Holding policymakers accountable for veterans’ health care delays
Jimmie T. Smith is a partially disabled U.S. Army veteran who is happy with the care he gets from the Veterans Affairs health care system.
But, as he writes in a new op-ed in the Tampa Bay Times, as a onetime chairman of the state House Veterans and Military Affairs Subcommittee and as Florida coalitions director of Concerned Veterans for America, he meets plenty of veterans whose experiences with the VA are less ideal.
“I hear similar stories, from veterans who have had appointments canceled, delayed or moved, and from those who can’t get the care they need at all,” he writes. “It bothers me because I believe every veteran deserves the same level of care that I get.”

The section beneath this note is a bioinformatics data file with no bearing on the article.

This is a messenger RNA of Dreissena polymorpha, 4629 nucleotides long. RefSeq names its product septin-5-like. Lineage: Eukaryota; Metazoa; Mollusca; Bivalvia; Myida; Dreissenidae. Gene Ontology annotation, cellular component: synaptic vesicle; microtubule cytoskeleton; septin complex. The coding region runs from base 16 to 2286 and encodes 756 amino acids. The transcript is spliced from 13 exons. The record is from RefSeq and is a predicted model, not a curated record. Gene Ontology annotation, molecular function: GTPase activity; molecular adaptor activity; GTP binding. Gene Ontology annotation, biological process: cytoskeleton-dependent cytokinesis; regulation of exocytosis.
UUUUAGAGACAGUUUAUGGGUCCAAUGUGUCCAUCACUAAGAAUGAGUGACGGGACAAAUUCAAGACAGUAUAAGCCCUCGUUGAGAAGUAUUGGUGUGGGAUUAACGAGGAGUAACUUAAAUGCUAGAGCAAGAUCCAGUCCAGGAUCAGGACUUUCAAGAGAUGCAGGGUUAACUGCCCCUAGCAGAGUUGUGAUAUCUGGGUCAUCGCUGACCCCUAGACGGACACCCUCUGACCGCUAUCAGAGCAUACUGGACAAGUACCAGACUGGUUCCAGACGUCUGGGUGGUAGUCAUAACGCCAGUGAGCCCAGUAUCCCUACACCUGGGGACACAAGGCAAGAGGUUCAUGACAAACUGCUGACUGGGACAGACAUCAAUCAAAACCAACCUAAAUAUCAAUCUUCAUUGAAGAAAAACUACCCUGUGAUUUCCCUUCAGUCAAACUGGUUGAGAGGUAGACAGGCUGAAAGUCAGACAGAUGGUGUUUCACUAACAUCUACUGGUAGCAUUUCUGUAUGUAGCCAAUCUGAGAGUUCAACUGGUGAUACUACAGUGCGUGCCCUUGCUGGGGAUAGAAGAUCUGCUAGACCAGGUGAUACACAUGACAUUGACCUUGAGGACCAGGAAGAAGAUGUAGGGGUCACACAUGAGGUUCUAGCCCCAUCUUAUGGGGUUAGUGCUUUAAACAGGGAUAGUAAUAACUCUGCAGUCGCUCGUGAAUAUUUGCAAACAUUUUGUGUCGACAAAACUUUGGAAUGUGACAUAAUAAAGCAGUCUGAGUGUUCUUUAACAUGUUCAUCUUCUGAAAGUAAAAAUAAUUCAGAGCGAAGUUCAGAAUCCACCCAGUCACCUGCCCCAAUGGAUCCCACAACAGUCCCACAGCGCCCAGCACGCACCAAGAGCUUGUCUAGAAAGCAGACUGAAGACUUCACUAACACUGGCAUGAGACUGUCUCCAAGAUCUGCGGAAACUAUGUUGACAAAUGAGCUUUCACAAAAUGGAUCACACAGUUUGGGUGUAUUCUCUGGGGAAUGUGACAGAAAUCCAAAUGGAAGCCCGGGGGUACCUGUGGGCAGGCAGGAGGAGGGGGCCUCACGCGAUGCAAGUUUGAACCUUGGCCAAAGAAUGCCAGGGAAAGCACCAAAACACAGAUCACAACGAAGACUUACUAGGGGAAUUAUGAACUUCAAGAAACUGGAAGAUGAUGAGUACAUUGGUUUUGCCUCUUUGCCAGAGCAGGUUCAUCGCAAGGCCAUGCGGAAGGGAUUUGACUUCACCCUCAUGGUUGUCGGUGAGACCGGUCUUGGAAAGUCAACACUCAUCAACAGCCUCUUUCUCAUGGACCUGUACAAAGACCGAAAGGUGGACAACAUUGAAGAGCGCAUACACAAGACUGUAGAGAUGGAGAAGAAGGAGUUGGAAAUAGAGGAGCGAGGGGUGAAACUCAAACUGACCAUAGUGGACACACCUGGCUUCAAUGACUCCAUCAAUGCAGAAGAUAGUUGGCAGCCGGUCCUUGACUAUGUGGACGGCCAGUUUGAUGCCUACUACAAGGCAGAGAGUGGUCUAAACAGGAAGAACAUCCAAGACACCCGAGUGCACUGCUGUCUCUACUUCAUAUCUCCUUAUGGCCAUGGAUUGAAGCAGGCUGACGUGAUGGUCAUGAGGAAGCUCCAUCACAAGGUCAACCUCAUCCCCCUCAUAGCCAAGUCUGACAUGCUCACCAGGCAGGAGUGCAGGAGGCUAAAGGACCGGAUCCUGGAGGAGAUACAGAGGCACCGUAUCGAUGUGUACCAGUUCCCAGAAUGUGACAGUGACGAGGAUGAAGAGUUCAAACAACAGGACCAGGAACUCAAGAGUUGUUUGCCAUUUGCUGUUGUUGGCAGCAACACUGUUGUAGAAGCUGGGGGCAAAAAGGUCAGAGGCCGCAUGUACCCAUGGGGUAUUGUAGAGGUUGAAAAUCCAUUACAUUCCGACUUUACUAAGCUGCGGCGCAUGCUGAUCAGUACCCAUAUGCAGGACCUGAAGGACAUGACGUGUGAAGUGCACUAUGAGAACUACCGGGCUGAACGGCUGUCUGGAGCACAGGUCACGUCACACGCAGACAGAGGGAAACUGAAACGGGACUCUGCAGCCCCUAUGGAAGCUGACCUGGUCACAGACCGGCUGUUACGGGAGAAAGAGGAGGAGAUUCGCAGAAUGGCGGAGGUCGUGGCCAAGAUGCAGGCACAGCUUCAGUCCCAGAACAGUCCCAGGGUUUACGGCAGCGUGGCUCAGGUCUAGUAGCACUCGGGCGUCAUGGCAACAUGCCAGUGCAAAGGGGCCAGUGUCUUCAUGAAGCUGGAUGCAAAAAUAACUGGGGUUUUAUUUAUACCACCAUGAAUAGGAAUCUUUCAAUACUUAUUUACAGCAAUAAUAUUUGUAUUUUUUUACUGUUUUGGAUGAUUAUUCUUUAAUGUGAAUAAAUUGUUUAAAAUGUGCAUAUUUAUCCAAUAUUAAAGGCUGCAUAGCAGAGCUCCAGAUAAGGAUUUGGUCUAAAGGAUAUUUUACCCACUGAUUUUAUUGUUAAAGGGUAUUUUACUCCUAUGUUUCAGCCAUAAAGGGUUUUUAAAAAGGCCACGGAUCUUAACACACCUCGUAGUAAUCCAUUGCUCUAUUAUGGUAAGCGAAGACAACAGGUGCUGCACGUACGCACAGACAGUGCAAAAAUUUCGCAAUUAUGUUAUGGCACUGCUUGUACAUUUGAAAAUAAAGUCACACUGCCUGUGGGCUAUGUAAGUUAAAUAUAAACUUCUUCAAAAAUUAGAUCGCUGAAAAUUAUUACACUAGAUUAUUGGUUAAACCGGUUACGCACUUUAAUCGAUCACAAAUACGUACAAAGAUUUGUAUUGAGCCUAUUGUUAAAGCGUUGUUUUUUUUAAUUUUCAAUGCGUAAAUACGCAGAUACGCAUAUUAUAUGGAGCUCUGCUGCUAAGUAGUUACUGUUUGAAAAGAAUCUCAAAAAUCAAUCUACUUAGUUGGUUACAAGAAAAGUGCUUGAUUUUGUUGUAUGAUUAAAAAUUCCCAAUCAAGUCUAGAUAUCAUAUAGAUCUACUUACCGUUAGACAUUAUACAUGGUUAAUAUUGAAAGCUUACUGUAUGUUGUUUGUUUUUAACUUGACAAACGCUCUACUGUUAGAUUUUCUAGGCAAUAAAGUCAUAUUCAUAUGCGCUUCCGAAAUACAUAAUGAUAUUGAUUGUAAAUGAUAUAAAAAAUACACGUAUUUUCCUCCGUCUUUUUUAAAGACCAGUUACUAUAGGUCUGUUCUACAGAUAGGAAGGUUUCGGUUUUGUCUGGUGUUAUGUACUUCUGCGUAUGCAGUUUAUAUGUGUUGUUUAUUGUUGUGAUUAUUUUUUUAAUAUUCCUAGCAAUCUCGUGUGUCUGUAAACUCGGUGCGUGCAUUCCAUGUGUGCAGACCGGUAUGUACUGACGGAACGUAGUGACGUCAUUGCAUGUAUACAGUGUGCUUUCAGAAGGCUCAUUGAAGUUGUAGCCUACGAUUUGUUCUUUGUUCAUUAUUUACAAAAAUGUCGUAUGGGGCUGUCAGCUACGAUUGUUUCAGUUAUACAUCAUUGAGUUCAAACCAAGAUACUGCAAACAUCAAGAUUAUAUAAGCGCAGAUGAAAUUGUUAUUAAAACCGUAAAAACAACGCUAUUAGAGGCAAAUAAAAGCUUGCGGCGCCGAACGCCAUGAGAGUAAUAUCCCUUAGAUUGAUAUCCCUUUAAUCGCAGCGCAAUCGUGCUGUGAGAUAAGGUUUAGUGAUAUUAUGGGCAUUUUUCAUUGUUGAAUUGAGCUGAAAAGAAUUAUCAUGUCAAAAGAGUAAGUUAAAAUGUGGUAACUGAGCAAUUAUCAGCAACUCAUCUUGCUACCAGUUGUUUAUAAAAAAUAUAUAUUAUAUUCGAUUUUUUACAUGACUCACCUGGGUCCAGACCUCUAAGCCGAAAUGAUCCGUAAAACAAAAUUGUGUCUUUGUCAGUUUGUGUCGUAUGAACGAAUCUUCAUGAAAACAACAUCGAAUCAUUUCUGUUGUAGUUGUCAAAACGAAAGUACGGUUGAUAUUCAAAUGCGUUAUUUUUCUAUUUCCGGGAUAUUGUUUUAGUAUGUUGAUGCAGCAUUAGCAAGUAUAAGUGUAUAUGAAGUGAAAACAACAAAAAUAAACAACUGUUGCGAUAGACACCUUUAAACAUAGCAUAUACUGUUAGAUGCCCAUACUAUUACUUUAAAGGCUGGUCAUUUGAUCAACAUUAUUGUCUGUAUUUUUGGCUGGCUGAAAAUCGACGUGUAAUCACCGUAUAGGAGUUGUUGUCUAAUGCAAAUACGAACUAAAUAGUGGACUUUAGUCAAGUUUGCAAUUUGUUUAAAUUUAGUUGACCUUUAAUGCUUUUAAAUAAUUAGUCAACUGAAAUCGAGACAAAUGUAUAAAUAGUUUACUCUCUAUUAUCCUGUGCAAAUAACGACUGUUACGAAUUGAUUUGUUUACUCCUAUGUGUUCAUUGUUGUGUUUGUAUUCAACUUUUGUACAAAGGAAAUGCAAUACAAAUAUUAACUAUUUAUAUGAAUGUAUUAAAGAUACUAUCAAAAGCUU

Earlier this year, the Department of Veterans Affairs revealed that almost 20 million appointments had been canceled, delayed, or moved since the start of the COVID-19 pandemic last spring. But with no reliable records of what happened to more than 2 million of those appointments, veterans have been left hanging.
In the meantime, community care has been stifled, contrary to the provisions of the VA MISSION Act.
“We have been down this road before,” Smith warns.” The 2014 Phoenix VA scandal resulted in veterans dying for lack of timely care. We must not repeat that mistake.”
Read more from Jimmie T. Smith about how to hold Congress and the VA accountable for providing veterans the health care they earned.